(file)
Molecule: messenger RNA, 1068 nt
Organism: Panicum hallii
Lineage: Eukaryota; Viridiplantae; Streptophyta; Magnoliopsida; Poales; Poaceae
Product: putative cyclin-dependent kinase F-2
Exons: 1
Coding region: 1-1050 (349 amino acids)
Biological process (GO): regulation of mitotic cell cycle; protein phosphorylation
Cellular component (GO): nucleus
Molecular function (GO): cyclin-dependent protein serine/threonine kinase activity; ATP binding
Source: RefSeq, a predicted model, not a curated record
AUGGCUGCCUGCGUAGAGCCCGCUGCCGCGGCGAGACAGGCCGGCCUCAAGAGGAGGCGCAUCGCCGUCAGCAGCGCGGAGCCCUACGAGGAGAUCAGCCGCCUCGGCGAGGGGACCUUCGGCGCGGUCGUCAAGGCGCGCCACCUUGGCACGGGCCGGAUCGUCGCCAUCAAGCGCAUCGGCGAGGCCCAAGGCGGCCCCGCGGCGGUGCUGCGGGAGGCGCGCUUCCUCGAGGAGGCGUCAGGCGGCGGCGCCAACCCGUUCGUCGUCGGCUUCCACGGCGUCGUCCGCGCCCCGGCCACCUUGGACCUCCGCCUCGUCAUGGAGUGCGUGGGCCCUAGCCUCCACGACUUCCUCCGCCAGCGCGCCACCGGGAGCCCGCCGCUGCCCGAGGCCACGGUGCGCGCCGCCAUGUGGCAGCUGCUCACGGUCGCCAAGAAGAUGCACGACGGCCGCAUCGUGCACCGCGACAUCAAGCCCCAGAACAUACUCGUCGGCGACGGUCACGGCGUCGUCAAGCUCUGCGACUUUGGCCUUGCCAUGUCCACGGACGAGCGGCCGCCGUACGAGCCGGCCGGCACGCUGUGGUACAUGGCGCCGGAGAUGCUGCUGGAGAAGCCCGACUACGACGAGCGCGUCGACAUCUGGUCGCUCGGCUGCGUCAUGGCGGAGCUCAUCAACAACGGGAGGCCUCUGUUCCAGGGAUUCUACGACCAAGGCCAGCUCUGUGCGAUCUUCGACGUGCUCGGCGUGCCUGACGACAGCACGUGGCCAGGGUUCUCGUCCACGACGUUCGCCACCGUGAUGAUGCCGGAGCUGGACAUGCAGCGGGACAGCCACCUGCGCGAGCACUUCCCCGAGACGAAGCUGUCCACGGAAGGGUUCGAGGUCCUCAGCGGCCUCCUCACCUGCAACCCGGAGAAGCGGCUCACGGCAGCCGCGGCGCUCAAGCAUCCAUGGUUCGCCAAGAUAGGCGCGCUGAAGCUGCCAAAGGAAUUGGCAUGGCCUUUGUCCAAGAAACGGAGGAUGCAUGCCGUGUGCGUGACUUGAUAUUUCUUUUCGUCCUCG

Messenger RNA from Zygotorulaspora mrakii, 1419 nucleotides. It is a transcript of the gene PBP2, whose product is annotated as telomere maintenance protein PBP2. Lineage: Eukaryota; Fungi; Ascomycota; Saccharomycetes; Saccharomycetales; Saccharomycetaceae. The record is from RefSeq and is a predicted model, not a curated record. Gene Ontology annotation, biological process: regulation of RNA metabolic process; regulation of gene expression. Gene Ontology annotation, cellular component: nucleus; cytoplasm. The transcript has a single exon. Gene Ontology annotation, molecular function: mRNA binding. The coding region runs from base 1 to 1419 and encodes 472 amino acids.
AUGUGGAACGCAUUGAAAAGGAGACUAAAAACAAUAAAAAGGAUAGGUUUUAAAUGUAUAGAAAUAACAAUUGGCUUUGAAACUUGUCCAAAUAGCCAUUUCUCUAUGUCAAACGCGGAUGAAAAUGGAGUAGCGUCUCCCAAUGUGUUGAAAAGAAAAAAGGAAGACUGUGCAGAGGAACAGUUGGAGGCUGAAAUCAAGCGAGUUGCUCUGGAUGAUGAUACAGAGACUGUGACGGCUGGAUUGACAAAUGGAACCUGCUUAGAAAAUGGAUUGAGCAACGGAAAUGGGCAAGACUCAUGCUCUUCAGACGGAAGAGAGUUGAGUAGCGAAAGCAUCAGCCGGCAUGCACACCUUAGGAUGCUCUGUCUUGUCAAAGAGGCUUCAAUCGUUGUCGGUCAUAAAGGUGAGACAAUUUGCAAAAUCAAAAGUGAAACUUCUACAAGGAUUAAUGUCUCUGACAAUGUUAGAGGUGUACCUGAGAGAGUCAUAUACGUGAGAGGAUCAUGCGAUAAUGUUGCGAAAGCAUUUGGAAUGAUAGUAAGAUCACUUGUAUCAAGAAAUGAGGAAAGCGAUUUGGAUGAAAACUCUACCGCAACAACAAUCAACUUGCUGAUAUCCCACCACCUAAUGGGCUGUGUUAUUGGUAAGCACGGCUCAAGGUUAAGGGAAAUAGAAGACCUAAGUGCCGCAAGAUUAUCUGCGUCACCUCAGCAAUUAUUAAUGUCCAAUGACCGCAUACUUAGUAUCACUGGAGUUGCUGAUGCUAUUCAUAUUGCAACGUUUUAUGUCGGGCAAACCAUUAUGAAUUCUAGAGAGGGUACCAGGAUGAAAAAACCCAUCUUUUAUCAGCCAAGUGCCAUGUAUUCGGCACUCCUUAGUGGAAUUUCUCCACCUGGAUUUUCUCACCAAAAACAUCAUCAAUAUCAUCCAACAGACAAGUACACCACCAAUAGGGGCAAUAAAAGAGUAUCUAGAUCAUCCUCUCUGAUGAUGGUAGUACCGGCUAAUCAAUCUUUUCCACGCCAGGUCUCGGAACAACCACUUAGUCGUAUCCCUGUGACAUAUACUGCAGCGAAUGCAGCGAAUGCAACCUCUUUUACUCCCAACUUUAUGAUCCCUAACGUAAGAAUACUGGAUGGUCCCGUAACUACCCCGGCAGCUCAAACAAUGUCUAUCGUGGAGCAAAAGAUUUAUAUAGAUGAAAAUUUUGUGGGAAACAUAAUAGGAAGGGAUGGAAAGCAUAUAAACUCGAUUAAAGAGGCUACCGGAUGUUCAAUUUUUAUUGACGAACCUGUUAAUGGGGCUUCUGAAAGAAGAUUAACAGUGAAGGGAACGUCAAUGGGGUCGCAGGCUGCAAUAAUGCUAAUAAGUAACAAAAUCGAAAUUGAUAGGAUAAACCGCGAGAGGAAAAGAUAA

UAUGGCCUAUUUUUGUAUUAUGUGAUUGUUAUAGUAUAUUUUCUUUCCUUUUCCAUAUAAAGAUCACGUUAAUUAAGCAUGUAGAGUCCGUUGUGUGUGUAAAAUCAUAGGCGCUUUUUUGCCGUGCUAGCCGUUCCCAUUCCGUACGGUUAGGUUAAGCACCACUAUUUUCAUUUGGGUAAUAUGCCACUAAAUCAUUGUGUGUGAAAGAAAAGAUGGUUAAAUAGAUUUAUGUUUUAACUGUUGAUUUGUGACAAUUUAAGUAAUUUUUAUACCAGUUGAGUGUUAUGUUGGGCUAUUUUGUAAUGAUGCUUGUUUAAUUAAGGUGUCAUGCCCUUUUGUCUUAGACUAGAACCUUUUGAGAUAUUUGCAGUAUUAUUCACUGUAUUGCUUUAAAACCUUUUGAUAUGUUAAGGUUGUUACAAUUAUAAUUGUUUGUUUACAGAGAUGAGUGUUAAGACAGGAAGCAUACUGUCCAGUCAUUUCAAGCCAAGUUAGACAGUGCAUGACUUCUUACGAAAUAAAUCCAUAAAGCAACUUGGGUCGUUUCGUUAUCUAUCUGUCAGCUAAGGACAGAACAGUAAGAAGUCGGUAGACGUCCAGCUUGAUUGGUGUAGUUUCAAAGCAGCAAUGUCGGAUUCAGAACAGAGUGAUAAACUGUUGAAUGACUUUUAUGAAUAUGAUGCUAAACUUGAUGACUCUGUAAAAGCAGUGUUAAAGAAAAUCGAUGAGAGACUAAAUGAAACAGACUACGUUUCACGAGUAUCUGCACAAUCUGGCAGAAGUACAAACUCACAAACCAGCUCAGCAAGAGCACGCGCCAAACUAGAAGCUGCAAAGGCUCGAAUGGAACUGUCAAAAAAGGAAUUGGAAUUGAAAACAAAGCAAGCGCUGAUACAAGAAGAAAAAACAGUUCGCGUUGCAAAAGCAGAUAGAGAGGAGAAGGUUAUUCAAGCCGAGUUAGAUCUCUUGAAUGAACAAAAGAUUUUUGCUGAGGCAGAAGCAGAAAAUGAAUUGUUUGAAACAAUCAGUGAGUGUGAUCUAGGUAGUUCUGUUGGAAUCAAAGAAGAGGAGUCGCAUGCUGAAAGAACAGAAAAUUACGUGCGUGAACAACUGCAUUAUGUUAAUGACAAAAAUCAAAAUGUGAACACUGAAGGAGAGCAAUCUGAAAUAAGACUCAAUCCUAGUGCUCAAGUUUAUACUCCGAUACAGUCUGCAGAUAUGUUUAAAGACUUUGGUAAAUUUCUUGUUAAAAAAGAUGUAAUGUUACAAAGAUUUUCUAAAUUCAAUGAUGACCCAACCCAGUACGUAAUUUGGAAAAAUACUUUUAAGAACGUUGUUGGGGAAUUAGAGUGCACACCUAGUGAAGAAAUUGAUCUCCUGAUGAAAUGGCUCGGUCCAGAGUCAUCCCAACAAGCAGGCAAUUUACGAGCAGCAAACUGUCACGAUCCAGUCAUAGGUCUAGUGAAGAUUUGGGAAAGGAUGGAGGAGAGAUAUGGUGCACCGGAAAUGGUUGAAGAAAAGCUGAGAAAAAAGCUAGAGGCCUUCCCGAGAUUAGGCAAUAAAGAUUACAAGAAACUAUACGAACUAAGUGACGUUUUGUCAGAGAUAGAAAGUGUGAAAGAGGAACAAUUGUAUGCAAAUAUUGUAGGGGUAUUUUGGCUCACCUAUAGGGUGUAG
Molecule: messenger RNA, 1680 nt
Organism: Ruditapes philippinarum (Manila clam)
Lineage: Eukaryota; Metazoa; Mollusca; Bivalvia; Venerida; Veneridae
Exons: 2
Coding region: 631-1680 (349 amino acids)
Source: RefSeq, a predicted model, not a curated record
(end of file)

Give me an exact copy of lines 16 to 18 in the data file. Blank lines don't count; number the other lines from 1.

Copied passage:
Organism: Ruditapes philippinarum (Manila clam)
Lineage: Eukaryota; Metazoa; Mollusca; Bivalvia; Venerida; Veneridae
Exons: 2